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Cordon Rose Conserve
Posted: 27 July 2009 10:00 AM   [ Ignore ]
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I made the Cordon Rose Strawberry Conserve for the first time yesterday - with the added sugar to get spreading consistency.  My question is how to guage the reduction of the syrup between the fruit additions.  Rose says to reduce to 1.75 cups.  How can one tell?  I did get the final temperature up to 208F but got 6 x 280g jars out of the recipe which I think is too much.  Also, it has not set sufficiently for spreading - great flavour though and fabulous over ice cream!  I’ve ordered loads of strawberries, raspberries and tayberries for Thursday so any help would be appreciated.

Annie

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Posted: 27 July 2009 11:19 AM   [ Ignore ]   [ # 1 ]
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Sorry I haven’t made the conserve, so I can’t offer any advice.  Just wanted to ask what Tayberries were.

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Posted: 27 July 2009 11:35 AM   [ Ignore ]   [ # 2 ]
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Patricia, tayberries are a cross between raspberries and blackberries - yum,yum!

Annie

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Posted: 27 July 2009 11:41 AM   [ Ignore ]   [ # 3 ]
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If you just need to find the volume, you could fill your cooking pan with 1.75 cups of water, mark that height on a wooden skewer, and then use the skewer to gauge while cooking.

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Posted: 27 July 2009 11:50 AM   [ Ignore ]   [ # 4 ]
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AnnieMacD - 27 July 2009 02:35 PM

Patricia, tayberries are a cross between raspberries and blackberries - yum,yum!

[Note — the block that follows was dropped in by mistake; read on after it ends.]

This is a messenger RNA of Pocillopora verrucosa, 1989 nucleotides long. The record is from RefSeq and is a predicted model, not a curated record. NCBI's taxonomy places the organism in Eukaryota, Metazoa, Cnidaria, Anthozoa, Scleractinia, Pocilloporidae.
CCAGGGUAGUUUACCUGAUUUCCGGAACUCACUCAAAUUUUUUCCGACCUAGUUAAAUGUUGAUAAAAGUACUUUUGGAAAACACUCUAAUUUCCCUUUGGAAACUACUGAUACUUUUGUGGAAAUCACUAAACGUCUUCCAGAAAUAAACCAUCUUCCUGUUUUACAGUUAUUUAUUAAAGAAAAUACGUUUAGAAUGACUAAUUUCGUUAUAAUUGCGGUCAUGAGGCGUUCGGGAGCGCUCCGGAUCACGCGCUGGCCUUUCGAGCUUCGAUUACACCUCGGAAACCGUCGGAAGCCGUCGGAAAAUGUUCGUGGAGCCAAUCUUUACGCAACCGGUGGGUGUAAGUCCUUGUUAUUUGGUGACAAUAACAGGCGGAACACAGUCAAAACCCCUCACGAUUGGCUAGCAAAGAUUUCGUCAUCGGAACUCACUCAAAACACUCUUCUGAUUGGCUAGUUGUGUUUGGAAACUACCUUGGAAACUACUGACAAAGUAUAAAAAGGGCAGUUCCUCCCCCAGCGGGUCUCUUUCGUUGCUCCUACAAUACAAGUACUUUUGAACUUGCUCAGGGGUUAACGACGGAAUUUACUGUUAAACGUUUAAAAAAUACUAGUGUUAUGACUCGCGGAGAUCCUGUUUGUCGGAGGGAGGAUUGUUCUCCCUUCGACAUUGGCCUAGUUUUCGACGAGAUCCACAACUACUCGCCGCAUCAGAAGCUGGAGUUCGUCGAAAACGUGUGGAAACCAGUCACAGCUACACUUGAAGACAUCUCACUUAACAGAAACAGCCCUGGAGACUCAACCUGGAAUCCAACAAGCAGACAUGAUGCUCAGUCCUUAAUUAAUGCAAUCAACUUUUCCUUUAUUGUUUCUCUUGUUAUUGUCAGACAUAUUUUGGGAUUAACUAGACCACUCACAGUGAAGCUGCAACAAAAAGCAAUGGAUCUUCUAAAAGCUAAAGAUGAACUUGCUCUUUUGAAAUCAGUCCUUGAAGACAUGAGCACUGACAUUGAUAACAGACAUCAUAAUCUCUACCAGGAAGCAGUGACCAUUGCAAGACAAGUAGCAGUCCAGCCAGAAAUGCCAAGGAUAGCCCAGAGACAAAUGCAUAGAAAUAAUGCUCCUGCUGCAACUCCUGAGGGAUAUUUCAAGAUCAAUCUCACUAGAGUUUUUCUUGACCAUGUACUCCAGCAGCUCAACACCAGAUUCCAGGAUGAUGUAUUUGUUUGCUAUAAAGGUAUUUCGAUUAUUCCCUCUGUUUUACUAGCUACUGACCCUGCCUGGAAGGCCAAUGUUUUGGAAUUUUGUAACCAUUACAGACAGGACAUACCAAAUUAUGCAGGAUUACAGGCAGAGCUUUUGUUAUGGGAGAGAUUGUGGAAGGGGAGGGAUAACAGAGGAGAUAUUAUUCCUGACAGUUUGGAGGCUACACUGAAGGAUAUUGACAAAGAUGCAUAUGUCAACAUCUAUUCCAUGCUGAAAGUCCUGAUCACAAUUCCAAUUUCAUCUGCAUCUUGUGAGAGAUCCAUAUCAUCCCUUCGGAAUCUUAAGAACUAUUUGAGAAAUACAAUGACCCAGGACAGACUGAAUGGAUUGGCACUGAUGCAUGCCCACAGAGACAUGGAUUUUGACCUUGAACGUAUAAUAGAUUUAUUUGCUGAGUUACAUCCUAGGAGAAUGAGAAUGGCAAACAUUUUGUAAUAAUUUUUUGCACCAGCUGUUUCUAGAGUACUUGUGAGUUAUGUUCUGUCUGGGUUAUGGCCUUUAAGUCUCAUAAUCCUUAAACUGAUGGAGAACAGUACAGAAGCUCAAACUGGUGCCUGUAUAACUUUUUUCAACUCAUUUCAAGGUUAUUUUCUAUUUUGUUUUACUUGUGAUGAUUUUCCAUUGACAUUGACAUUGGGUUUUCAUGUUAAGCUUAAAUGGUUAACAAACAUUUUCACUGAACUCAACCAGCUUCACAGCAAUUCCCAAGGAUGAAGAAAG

Annie

Yum, yum alright… they sound wonderful!

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Posted: 27 July 2009 12:33 PM   [ Ignore ]   [ # 5 ]
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Matthew, thank you!  I never thought of that ... and it’s easy.  I was getting bogged down in weight of sugar + water and viscosity changing as water evaporated, etc, etc and got my head in a total fuzz!  I’ll use what I have for flavouring mousseline and toppings.

Annie

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Posted: 27 July 2009 12:37 PM   [ Ignore ]   [ # 6 ]
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Matthew, great idea!  Sounds like your quantities may be too large for this, but I also use a large pyrex liquid measuring cup in the microwave for reducing liquids- easy to gauge the volume as it reduces.

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Posted: 27 July 2009 12:44 PM   [ Ignore ]   [ # 7 ]
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Yes, Julie, I’m making quite big quantities.  Also, the fruit gives off liquid between each reduction so Matthew’s solution is clear, easy and will always work.  I usually just go by weight this doesn’t work in this case.

Annie

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Posted: 27 July 2009 12:47 PM   [ Ignore ]   [ # 8 ]